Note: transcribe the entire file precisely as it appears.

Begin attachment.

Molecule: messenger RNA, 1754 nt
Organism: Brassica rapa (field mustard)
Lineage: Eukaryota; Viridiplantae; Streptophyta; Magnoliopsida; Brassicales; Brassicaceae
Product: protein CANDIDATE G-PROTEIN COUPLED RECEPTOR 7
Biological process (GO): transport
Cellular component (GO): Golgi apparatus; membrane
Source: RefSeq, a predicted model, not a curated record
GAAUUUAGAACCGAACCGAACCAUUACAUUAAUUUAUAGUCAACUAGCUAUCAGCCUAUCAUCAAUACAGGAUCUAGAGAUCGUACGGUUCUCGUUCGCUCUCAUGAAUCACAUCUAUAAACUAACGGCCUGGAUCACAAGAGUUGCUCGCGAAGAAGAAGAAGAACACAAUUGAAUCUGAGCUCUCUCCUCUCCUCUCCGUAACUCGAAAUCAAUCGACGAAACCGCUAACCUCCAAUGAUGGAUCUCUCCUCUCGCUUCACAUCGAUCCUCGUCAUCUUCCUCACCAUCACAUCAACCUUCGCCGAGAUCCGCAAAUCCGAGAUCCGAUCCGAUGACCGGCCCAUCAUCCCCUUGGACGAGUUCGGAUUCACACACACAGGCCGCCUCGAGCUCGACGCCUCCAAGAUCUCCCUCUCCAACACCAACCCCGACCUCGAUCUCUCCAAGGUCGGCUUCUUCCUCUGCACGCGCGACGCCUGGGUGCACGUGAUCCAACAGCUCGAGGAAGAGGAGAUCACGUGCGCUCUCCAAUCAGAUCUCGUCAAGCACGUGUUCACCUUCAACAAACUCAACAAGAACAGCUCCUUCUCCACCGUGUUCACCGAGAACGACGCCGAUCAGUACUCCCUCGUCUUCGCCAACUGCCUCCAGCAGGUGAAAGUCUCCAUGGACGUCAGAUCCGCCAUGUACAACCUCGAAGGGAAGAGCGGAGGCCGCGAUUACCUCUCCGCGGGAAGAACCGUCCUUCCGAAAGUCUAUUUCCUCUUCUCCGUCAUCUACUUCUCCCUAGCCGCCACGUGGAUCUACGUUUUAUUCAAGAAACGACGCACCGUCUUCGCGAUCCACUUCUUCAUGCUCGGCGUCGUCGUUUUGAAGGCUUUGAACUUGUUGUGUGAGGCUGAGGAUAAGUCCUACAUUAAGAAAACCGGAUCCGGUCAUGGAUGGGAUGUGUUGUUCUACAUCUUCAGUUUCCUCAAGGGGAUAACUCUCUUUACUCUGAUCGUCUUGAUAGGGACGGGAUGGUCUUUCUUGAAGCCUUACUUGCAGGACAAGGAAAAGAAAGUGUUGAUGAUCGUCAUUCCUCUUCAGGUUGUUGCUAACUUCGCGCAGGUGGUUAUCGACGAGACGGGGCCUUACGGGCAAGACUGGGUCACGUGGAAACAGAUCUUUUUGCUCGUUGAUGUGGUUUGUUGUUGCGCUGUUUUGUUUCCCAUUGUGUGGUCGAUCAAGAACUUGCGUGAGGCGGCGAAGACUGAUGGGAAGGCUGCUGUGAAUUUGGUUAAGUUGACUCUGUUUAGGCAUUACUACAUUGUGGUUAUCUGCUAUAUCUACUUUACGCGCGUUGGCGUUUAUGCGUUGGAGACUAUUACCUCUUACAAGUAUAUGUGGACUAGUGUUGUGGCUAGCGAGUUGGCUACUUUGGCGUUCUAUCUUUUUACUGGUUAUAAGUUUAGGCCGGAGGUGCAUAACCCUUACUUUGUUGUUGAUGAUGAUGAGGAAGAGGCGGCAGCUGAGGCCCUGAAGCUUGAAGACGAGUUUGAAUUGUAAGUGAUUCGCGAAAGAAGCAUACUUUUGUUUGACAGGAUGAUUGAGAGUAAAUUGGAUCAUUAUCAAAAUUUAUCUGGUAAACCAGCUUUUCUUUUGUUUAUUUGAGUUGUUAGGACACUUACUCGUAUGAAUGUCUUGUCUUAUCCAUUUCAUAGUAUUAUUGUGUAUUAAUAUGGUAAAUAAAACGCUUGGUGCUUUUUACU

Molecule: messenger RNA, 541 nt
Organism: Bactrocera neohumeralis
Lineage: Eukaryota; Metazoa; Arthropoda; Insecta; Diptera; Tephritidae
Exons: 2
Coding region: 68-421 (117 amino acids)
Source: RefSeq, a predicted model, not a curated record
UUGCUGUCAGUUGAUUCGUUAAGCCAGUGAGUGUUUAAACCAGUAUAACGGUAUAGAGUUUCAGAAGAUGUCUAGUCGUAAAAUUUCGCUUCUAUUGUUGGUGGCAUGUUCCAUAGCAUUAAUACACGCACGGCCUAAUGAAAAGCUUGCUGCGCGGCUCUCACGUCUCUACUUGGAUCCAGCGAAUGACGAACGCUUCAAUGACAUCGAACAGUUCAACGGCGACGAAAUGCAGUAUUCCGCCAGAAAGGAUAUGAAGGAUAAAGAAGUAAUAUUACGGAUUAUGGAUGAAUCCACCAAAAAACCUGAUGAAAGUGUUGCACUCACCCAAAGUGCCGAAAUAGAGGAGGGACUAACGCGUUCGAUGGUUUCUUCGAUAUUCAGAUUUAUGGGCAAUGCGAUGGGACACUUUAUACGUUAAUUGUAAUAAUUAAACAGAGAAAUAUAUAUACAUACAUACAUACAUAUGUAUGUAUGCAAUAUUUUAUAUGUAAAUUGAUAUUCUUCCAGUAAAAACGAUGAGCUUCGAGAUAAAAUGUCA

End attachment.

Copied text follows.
Molecule: messenger RNA, 1754 nt
Organism: Brassica rapa (field mustard)
Lineage: Eukaryota; Viridiplantae; Streptophyta; Magnoliopsida; Brassicales; Brassicaceae
Product: protein CANDIDATE G-PROTEIN COUPLED RECEPTOR 7
Biological process (GO): transport
Cellular component (GO): Golgi apparatus; membrane
Source: RefSeq, a predicted model, not a curated record
GAAUUUAGAACCGAACCGAACCAUUACAUUAAUUUAUAGUCAACUAGCUAUCAGCCUAUCAUCAAUACAGGAUCUAGAGAUCGUACGGUUCUCGUUCGCUCUCAUGAAUCACAUCUAUAAACUAACGGCCUGGAUCACAAGAGUUGCUCGCGAAGAAGAAGAAGAACACAAUUGAAUCUGAGCUCUCUCCUCUCCUCUCCGUAACUCGAAAUCAAUCGACGAAACCGCUAACCUCCAAUGAUGGAUCUCUCCUCUCGCUUCACAUCGAUCCUCGUCAUCUUCCUCACCAUCACAUCAACCUUCGCCGAGAUCCGCAAAUCCGAGAUCCGAUCCGAUGACCGGCCCAUCAUCCCCUUGGACGAGUUCGGAUUCACACACACAGGCCGCCUCGAGCUCGACGCCUCCAAGAUCUCCCUCUCCAACACCAACCCCGACCUCGAUCUCUCCAAGGUCGGCUUCUUCCUCUGCACGCGCGACGCCUGGGUGCACGUGAUCCAACAGCUCGAGGAAGAGGAGAUCACGUGCGCUCUCCAAUCAGAUCUCGUCAAGCACGUGUUCACCUUCAACAAACUCAACAAGAACAGCUCCUUCUCCACCGUGUUCACCGAGAACGACGCCGAUCAGUACUCCCUCGUCUUCGCCAACUGCCUCCAGCAGGUGAAAGUCUCCAUGGACGUCAGAUCCGCCAUGUACAACCUCGAAGGGAAGAGCGGAGGCCGCGAUUACCUCUCCGCGGGAAGAACCGUCCUUCCGAAAGUCUAUUUCCUCUUCUCCGUCAUCUACUUCUCCCUAGCCGCCACGUGGAUCUACGUUUUAUUCAAGAAACGACGCACCGUCUUCGCGAUCCACUUCUUCAUGCUCGGCGUCGUCGUUUUGAAGGCUUUGAACUUGUUGUGUGAGGCUGAGGAUAAGUCCUACAUUAAGAAAACCGGAUCCGGUCAUGGAUGGGAUGUGUUGUUCUACAUCUUCAGUUUCCUCAAGGGGAUAACUCUCUUUACUCUGAUCGUCUUGAUAGGGACGGGAUGGUCUUUCUUGAAGCCUUACUUGCAGGACAAGGAAAAGAAAGUGUUGAUGAUCGUCAUUCCUCUUCAGGUUGUUGCUAACUUCGCGCAGGUGGUUAUCGACGAGACGGGGCCUUACGGGCAAGACUGGGUCACGUGGAAACAGAUCUUUUUGCUCGUUGAUGUGGUUUGUUGUUGCGCUGUUUUGUUUCCCAUUGUGUGGUCGAUCAAGAACUUGCGUGAGGCGGCGAAGACUGAUGGGAAGGCUGCUGUGAAUUUGGUUAAGUUGACUCUGUUUAGGCAUUACUACAUUGUGGUUAUCUGCUAUAUCUACUUUACGCGCGUUGGCGUUUAUGCGUUGGAGACUAUUACCUCUUACAAGUAUAUGUGGACUAGUGUUGUGGCUAGCGAGUUGGCUACUUUGGCGUUCUAUCUUUUUACUGGUUAUAAGUUUAGGCCGGAGGUGCAUAACCCUUACUUUGUUGUUGAUGAUGAUGAGGAAGAGGCGGCAGCUGAGGCCCUGAAGCUUGAAGACGAGUUUGAAUUGUAAGUGAUUCGCGAAAGAAGCAUACUUUUGUUUGACAGGAUGAUUGAGAGUAAAUUGGAUCAUUAUCAAAAUUUAUCUGGUAAACCAGCUUUUCUUUUGUUUAUUUGAGUUGUUAGGACACUUACUCGUAUGAAUGUCUUGUCUUAUCCAUUUCAUAGUAUUAUUGUGUAUUAAUAUGGUAAAUAAAACGCUUGGUGCUUUUUACU

Molecule: messenger RNA, 541 nt
Organism: Bactrocera neohumeralis
Lineage: Eukaryota; Metazoa; Arthropoda; Insecta; Diptera; Tephritidae
Exons: 2
Coding region: 68-421 (117 amino acids)
Source: RefSeq, a predicted model, not a curated record
UUGCUGUCAGUUGAUUCGUUAAGCCAGUGAGUGUUUAAACCAGUAUAACGGUAUAGAGUUUCAGAAGAUGUCUAGUCGUAAAAUUUCGCUUCUAUUGUUGGUGGCAUGUUCCAUAGCAUUAAUACACGCACGGCCUAAUGAAAAGCUUGCUGCGCGGCUCUCACGUCUCUACUUGGAUCCAGCGAAUGACGAACGCUUCAAUGACAUCGAACAGUUCAACGGCGACGAAAUGCAGUAUUCCGCCAGAAAGGAUAUGAAGGAUAAAGAAGUAAUAUUACGGAUUAUGGAUGAAUCCACCAAAAAACCUGAUGAAAGUGUUGCACUCACCCAAAGUGCCGAAAUAGAGGAGGGACUAACGCGUUCGAUGGUUUCUUCGAUAUUCAGAUUUAUGGGCAAUGCGAUGGGACACUUUAUACGUUAAUUGUAAUAAUUAAACAGAGAAAUAUAUAUACAUACAUACAUACAUAUGUAUGUAUGCAAUAUUUUAUAUGUAAAUUGAUAUUCUUCCAGUAAAAACGAUGAGCUUCGAGAUAAAAUGUCA